The Delta variant comprises the majority of new US Covid-19 cases for the first time, according to data from the Centers for Disease Control and Prevention (CDC).
Cases of the Delta variant outnumbered cases of the alpha variant for the first time for the two-week period ending on July 3, making up approximately 51% of total cases. This is a sizable rise from approximately 30% of new cases, as was reported by the CDC for a two-week period ending on June 19.
“The transmissibility is unquestionably greater than the wild-type SARS-CoV-2, as well as the alpha variant. It is associated with an increased disease severity, as reflected by hospitalization risk, compared to alpha,” White House health adviser Dr Anthony Fauci warned in a press conference last month.
Health officials have been increasingly warning the public about the Delta variant, arguing it is highly transmissible and vaccinations are still the best way to combat new spikes due to the variant. Studies have shown the Pfizer vaccine to be effective in preventing severe cases with the variant.
The Delta variant was first discovered in India and has now popped up in more than 100 countries.
President Joe Biden has warned about the delta variant – which is more transmissible than the alpha variant, according to a World Health Organization (WHO) report citing studies observing a 55% increase in contagiousness – in his numerous pushes to get more Americans vaccinated.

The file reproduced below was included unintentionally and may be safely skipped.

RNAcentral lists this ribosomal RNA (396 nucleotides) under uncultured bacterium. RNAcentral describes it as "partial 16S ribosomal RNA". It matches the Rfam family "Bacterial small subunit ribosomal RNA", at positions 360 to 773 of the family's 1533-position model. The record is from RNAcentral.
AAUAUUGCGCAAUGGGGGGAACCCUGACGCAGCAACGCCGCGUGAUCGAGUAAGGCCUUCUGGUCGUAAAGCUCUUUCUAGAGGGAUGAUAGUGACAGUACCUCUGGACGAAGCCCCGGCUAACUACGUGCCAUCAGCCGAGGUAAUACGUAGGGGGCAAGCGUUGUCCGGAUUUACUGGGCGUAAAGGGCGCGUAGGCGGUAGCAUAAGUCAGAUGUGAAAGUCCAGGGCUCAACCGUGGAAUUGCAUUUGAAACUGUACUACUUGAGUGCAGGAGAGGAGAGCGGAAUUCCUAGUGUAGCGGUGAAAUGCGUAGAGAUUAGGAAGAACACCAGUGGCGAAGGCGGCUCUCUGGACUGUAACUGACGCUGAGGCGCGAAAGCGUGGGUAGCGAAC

The US is on track to hit 160 million Americans vaccinated in the coming days, according to officials, but there remain over 1,000 counties in the country that health officials have identified as having vaccination rates lower than 30%. This presents the potential for spikes as the country reopens, CDC Director Dr Rochelle Walensky told reporters last week.
Biden had originally set a goal of 70% of US adults receiving at least one jab of a vaccine by the Fourth of July holiday weekend, but that goal was missed – 67% of Americans have at least one jab. The president has announced new expanded efforts to get people vaccinated, including going “door-to-door,” a comment that raised alarm with critics.
“Now we need to go to community by community, neighborhood by neighborhood and, oftentimes, door to door – literally knocking on doors – to get help to the remaining people [to be] protected from the virus,” he told reporters on Tuesday.
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